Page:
If you use a semi-auto as a primary, you will be picking up evidence until the police arrive. If you use your revolver first, you might have an opportunity to get away unidentified, and having left no embarrassing evidence behind.
        If you have to go to your semi-auto as your bug, due to a longer engagement or more skillful opponent, then you haven’t lost any opportunities, and you are going to a more modern weapon, until the police arrive.

        1. @Wold Bill, Your thoughts about wheel gun primary, and the reason for such makes sense until one takes into consideration the world of mass surveillance in which we live. There is also the “unseen” witness with the itchy camera phone at hand. These days, the odds of getting away unnoticed is pretty slim. Personally, I think I would rather be the first to call 911 and do my best to “secure the scene”.

          1. WildBill, your idea is real good. Never been in a situation to employ lethal force and the wheel gun may slow me down enough to counter increased adreniline flow. Dang it! Now I will be forced to train in reverse order of deployment. LOL! What a great problem!

          2. @Austin, It is just a thought. I wasn’t going to use it myself. But…. if … I …did, I might shoot out of my pocket, and not give anyone my name on the way out. But it is just a meritless… thought.

    5. Bias against the old reliable revolver is a irritation to me. I have many time found young fellows steering elderly men and women to the latest “gee-wiz” semi-auto at shops and gun shows, even after the potential buyer talks about diminished hand strength or seems unclear on the operating instructions. I have interrupted on occasion, asking the purchaser to attempt to rack the slide. Many time their grip strength just wasn’t up to the task. I have advised that I have had hand problems and found that a simple revolver works best for me and anyone who used a cap pistol as a youngster will know how to use it without confusion. Laser sight grips are also great for those of us who experience problems with aging eyes focusing on close-up sights and more distant targets.

      Thanks for providing a forum for me to express my opinions. I believe them to be well founded.

      1. @Florida John, Your point is well expressed, and someday lack of grip strength will be something for all of us to contend with. Personally, I just can not get over “the loading up the box magazines for long periods of time won’t effect the spring” issue. I suppose it is just me, but I find all of my revolvers loaded and all over the house. My semi-autos are loaded with one round in the box magazine, nothing in the chamber, and, also, all over the house. Oh, and welcome to the site, great comment.

        1. I inherited my Dad’s rifles which had 4 mags loaded since 1967. 50 years later, all mags worked perfect and the ammo was flawless.

      2. Your advice is spot on. I am a woman with very small hands with some arthritis. A friend steered me to a S&W Airweight .38. I had so much trouble pulling the trigger that I had gentler springs put in and that solved the problem. I also had Crimson Trace laser grips put on to help with my nearsightedness. Next I bought a Kimber .45 and I can load it but racking the slide is a little difficult but a friend says that the slide will loosen with use, which is great because I love that gun.
        Interestingly enough, I bought an AR-15 and have no issues at all. Love that gun as well.

        1. @LesW, Have you thought about that little Beretta Tomcat or Jetfire, the one with the break top? The barrel flips up. You put one round in it, and close the barrel down till it locks in place. Then you insert the magazine.Then it is ready to fire. No racking the slide necessary. Very little hand strength required.

          Now, having given a thumb nail sketch for purposes of brevity, please be sure to follow all standard safety rules (e.g. always point it in a safe direction particularly while familiarizing or loading, keep your finger off the trigger particularly while familiarizing or loading, etc).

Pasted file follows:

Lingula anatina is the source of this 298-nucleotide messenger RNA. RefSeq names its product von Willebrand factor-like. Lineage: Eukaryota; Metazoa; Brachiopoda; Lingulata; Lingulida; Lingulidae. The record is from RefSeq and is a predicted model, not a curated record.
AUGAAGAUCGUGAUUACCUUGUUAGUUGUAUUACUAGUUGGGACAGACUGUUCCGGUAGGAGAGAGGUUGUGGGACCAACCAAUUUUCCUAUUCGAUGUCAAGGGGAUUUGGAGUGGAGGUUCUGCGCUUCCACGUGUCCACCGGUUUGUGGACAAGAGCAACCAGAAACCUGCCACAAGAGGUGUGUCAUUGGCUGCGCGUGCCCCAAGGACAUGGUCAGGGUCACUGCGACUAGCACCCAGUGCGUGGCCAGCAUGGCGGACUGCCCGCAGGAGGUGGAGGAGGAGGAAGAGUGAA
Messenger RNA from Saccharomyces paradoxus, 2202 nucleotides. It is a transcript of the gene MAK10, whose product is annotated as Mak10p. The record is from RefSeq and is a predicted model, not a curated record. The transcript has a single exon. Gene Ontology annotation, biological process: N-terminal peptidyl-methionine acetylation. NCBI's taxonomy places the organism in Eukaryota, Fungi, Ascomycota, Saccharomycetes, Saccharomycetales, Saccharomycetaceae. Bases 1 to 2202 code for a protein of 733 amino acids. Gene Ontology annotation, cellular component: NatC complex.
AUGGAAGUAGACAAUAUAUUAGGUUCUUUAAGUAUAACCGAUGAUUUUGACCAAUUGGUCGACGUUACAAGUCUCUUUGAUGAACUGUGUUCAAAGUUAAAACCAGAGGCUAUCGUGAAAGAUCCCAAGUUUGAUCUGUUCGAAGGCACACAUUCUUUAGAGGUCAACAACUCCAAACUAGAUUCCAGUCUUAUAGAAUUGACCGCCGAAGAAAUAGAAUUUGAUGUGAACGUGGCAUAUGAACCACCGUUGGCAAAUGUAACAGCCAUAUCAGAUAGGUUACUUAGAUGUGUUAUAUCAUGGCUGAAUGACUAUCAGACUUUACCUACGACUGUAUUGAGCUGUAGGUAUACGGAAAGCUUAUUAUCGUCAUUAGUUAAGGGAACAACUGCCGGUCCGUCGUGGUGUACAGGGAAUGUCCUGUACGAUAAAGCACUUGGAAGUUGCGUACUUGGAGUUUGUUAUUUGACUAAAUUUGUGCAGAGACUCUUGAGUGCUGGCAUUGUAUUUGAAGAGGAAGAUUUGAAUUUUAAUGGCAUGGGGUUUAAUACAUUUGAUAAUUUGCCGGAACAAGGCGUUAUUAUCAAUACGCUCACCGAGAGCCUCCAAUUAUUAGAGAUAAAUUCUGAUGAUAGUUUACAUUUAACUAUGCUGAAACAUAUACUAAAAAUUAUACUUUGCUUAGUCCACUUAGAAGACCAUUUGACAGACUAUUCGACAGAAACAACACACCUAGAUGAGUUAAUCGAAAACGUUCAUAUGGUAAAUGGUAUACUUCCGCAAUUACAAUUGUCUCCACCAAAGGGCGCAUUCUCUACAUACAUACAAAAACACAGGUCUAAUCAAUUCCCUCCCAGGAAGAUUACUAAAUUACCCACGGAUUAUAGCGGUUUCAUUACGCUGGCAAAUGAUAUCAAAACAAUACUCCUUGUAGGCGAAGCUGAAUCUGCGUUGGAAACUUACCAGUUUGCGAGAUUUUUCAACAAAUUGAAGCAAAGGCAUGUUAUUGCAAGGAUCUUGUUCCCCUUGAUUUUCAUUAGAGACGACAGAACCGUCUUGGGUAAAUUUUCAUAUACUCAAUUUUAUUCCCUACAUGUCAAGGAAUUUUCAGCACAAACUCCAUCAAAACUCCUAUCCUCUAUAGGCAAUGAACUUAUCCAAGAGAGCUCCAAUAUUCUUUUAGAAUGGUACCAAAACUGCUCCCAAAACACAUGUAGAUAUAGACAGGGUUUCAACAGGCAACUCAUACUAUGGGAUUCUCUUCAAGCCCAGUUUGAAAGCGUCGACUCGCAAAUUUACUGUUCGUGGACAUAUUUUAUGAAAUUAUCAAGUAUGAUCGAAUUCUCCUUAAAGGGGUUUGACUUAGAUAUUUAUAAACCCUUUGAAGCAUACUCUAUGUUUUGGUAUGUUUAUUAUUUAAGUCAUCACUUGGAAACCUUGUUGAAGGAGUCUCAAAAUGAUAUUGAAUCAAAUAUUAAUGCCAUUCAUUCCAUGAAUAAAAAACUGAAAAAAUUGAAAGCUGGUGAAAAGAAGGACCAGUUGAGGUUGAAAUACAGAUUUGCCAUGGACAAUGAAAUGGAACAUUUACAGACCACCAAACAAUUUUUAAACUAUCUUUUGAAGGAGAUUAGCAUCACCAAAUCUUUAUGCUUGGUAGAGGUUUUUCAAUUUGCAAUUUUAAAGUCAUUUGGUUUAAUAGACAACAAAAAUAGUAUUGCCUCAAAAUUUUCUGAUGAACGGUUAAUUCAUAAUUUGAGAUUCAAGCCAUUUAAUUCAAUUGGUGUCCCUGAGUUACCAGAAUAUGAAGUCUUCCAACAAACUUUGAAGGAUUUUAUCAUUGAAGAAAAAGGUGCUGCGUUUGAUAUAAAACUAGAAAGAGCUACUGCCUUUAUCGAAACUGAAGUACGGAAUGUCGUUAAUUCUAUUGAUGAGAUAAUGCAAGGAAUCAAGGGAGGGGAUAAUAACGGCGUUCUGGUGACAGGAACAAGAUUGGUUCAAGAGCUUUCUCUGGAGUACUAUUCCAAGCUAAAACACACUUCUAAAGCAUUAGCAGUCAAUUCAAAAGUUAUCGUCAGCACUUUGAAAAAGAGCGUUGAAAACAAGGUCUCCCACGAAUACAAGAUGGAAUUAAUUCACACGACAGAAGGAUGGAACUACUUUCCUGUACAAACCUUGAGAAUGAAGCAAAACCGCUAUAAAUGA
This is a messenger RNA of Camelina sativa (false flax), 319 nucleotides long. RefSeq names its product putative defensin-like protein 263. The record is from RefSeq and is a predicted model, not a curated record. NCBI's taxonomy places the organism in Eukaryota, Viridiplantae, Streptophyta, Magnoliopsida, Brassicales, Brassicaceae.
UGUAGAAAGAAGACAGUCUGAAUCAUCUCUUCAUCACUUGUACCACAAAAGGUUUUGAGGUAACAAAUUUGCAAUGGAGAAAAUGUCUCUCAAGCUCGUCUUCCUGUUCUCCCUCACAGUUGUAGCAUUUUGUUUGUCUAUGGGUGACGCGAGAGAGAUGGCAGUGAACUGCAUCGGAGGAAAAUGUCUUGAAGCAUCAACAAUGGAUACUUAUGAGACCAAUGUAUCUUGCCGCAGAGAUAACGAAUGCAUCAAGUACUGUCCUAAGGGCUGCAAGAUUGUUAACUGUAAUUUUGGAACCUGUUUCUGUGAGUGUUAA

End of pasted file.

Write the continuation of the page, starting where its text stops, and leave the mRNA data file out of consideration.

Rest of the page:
1. You are right. One guy said it kicked to hard, another said it wouldn’t hit harder than a 38. Wish we could show him a few things. Am 79 years old, 5’6″, 145 lbs, and love my SP101.

      1. You are correct about .357 in a snubby not being fun to shoot. Heck it is punishing and painful in many lightweight revolvers!

        1. Hogue Grips. They eaze the pain. Small hands , arthritis, old guy. It is kinda heavy but it isn’t bad with a good holster and belt.

    6. They look like a fun in the dark–maybe you will not have to shoot to convince someone to leave you alone. They are super reliable. They have a ton of effective power with today’s ammunition–stuff like G2 Research. If you need more than 5 or 6 shots it is not self defense.

      1. Ok, “Bill Ruger”. You are apparently unaware that thugs run in packs now days. Or maybe you think that they will just run off when you pull out your five shot snubby.

        1. You are right. One guy said it kicked to hard, another said it wouldn’t hit harder than a 38. Wish we could show him a few things. Am 79 years old, 5’6″, 145 lbs, and love my SP101.

    7. I’m old enough to say that “what goes around comes around”. My first pistol purchase back in 1972 was a Walther PPKS– which promptly jammed (FTE) the first time out. That was enough to make me sit back and consider what I felt comfortable with for concealed carry. Although semi autos have made remarkable strides as far as design and quality, jams can still happen at the worst possible moment. I still collect firearms of all persuasions but my concealed carry consists of a Ruger
      LCRx in .38+P backed up by a NAA .22 magnum. My car guns are S&W Model 66 (686) and Taurus Public Defenders. The possibility of both jamming is almost nonexistent and if I find myself out of the fight a companion/bystander can pick up either — and with little coaching — can step in and provide needed assistance.

      1. LV, went to both sites and got further confirmation in my belief that NRA is another great organization that went from ideas to lets make lots of money. NRA is the lesser of the evils we have to choose from. I will carry what I want regardless of NRA preferences. Lets hope at least some of our dues go to proper purposes.

      2. Look at the guy in the picture in your second link with his finger on the trigger while barely getting clear of his holster and make a decision about the quality of the training they are offering. Extend that to the quality of their “advice” about firearms and their thoughts on what one can bring to their training classes, ie no wheel guns or 1911s.